Newark, New Jersey’s Draconian Public Safety Cuts

Earlier today Reuters reported that, “the Newark, New Jersey police department is disbanding its 120-year-old mounted horseback unit this month.” The eighteen equine officers will be relocated to pasture, or other cities like Philadelphia. Meanwhile the sixteen traditional human officers will be reassigned to squad cars and foot patrol in the city.

According to Josephine Santaniello, a police department spokesperson, the cuts are “because of monetary issues.” Department costs are high due to the maintenance and service that the horses require, including: barns, exercise areas, feed, saddles, officer training, etc.

During a time of fiscal crisis, public officials have to get creative in finding ways to save money. Fortunately for Newark, cuts like this are low hanging fruit that don’t require expending political capital. However, state and local governments across the country are attempting meaningful spending cuts that are more difficult than giving the pink slip to horses.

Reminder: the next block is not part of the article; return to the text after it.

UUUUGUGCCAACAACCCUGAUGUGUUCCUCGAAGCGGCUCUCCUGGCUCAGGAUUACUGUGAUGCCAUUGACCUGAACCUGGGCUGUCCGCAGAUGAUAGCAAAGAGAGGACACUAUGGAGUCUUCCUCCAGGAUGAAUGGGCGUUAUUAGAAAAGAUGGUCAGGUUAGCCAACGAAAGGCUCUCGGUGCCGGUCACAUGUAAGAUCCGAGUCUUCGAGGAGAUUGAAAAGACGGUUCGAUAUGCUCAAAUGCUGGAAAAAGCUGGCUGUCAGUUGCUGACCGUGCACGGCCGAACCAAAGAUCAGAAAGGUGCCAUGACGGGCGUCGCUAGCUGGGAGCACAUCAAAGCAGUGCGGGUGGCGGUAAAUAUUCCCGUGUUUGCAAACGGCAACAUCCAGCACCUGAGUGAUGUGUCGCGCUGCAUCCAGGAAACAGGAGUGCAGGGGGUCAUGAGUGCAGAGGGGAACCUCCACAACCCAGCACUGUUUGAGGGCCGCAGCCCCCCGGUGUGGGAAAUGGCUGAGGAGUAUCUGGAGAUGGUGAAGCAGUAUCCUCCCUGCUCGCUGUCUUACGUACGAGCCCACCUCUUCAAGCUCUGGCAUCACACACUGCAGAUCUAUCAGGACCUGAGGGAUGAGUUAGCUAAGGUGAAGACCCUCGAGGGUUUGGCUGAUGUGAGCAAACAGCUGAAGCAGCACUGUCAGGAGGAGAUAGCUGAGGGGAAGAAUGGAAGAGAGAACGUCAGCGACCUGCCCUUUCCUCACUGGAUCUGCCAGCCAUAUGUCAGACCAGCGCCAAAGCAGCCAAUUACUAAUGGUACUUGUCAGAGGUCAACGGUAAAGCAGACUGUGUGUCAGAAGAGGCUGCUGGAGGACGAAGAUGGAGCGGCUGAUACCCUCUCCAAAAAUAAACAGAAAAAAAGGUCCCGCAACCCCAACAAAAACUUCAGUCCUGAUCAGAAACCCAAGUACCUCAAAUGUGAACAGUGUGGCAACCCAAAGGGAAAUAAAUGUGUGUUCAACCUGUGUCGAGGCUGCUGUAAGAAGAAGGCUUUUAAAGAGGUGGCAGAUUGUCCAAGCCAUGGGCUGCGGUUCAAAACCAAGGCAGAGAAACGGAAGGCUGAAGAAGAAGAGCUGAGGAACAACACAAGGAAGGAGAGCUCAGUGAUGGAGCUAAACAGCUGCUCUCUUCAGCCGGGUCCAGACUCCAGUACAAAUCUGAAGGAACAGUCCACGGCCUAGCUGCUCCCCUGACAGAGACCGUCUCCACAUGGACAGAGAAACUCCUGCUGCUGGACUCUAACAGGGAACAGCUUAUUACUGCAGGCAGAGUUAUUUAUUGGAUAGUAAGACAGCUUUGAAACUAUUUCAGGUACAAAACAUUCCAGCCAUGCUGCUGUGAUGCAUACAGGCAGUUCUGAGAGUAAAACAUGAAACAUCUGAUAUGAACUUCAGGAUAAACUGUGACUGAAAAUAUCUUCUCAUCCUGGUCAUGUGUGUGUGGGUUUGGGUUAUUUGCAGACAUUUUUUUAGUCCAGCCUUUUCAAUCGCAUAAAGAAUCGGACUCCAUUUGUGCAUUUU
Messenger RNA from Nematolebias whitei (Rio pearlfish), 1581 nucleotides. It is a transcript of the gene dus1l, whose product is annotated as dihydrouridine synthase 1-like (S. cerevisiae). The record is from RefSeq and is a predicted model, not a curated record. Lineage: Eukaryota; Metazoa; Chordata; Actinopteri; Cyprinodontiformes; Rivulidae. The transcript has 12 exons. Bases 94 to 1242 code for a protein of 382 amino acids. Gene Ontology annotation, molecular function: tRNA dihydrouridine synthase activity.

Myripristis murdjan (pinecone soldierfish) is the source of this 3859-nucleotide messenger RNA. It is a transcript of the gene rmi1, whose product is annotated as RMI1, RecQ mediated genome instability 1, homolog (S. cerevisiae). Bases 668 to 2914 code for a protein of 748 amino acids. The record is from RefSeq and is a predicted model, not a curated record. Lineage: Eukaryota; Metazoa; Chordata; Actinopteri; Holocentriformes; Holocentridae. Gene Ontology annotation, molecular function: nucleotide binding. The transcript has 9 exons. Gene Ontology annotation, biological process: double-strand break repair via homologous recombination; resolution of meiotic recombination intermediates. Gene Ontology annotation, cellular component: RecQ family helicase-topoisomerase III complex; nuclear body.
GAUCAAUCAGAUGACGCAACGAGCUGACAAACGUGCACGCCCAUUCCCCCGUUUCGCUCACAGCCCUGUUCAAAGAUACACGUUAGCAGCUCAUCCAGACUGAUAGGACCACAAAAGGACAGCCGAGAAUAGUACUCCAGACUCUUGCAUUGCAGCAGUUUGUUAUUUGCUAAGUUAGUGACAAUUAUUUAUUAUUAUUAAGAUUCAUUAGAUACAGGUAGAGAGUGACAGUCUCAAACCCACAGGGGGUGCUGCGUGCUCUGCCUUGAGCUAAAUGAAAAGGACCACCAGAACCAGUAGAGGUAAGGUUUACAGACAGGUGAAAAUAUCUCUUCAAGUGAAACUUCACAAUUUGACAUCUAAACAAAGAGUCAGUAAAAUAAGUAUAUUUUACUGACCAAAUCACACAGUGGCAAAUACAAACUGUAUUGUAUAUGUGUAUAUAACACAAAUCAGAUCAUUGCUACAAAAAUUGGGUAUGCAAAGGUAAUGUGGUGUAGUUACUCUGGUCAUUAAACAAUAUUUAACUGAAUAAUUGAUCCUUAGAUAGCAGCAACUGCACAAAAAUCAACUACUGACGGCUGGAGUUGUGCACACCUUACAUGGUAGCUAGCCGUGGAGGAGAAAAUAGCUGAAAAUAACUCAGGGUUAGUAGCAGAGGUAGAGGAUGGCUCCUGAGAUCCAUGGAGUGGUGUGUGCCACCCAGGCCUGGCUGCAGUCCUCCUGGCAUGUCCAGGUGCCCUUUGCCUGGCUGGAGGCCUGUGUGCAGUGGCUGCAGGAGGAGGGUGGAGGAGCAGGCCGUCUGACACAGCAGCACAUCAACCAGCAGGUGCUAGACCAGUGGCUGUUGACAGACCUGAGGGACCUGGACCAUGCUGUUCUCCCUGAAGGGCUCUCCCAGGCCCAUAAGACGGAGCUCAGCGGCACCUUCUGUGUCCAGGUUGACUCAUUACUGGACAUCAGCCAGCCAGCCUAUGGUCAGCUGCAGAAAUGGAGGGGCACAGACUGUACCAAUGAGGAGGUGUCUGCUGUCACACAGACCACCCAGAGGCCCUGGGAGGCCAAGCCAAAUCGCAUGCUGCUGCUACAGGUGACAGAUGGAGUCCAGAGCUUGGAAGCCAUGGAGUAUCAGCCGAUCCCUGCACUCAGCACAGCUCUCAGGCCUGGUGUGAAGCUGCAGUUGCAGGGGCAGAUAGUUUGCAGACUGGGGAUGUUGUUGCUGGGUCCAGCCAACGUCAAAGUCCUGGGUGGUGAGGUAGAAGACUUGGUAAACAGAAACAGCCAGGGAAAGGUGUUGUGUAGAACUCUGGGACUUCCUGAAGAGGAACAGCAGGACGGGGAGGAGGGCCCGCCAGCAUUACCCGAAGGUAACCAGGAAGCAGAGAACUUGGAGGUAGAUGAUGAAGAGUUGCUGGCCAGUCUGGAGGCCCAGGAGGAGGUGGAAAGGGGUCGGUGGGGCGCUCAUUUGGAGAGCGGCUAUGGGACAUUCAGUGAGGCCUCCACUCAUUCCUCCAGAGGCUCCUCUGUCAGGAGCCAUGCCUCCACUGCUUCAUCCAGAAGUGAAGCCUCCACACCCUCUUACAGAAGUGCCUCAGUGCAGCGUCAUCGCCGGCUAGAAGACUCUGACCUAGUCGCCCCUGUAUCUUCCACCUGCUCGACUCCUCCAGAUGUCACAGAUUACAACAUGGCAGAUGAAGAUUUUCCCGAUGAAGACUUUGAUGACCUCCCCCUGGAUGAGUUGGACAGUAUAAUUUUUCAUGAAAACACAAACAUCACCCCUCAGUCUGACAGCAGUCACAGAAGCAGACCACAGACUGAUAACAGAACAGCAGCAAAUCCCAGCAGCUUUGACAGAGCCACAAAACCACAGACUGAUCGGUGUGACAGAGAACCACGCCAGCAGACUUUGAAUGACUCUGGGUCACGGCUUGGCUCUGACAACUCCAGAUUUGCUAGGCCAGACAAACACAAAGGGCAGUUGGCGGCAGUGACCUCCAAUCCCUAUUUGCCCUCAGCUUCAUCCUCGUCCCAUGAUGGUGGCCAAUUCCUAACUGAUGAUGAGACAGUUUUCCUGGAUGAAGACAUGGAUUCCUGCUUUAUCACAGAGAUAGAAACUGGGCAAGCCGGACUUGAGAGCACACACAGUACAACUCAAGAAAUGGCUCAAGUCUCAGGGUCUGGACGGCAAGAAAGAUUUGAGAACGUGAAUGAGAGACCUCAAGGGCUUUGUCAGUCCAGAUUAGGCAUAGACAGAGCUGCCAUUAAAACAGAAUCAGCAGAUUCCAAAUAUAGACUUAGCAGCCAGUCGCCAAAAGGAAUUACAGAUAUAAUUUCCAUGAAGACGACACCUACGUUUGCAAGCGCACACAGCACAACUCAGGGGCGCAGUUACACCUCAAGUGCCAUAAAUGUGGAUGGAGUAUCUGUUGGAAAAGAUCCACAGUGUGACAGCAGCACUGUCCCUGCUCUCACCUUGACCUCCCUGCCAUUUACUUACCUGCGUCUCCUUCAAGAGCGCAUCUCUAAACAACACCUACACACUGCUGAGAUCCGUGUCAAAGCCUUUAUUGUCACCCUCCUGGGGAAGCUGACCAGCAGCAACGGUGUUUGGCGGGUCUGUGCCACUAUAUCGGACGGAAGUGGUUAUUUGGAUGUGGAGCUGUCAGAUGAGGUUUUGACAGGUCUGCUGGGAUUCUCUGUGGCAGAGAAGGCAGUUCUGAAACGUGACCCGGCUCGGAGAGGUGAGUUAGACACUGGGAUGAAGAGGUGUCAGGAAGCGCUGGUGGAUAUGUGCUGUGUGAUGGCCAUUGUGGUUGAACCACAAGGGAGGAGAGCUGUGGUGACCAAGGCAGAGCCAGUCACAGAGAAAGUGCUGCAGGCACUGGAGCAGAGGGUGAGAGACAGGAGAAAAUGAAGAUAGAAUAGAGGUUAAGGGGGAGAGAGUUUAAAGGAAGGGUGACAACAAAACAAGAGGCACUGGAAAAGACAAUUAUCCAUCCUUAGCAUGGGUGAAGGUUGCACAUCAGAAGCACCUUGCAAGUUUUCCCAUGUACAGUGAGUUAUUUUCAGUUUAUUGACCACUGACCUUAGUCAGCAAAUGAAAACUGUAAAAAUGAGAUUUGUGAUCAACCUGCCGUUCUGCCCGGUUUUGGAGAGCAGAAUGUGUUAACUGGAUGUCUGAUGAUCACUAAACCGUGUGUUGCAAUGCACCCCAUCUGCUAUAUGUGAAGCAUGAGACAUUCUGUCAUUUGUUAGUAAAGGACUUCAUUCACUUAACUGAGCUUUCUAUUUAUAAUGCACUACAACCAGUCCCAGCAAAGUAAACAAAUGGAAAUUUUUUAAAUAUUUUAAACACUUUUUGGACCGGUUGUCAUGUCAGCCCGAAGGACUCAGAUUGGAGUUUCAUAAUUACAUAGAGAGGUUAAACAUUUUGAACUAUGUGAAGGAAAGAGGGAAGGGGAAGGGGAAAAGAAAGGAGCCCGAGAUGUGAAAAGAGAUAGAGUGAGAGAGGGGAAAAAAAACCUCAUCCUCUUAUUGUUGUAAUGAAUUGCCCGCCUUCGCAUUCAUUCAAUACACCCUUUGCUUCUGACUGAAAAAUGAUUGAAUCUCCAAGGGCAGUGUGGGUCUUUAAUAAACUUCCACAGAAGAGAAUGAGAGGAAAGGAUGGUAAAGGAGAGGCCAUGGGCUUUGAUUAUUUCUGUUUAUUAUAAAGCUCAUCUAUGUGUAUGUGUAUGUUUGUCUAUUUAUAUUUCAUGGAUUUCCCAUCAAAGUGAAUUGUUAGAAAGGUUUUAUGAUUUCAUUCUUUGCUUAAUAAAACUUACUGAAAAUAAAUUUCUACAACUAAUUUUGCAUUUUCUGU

Unfortunately, spending cuts are far too often described as draconian. For a little bit of historical context it’s appropriate to note the actual etymology of the word. According to the Online Etymology Dictionary, draconian has roots tracing back to “1876 (earlier Draconic, implied from 1640s), from Draco, [the] Greek statesman who laid down a code of laws for Athens [in] 621 B.C.E. that mandated death as punishment for minor crimes.”

This historical reality is worth keeping in mind as policymakers continue to grapple with the fiscal aftershock of the Great Recession. To read more on cost savings measures being taken in New Jersey see here and here.

Harris Kenny is a research assistant at Reason Foundation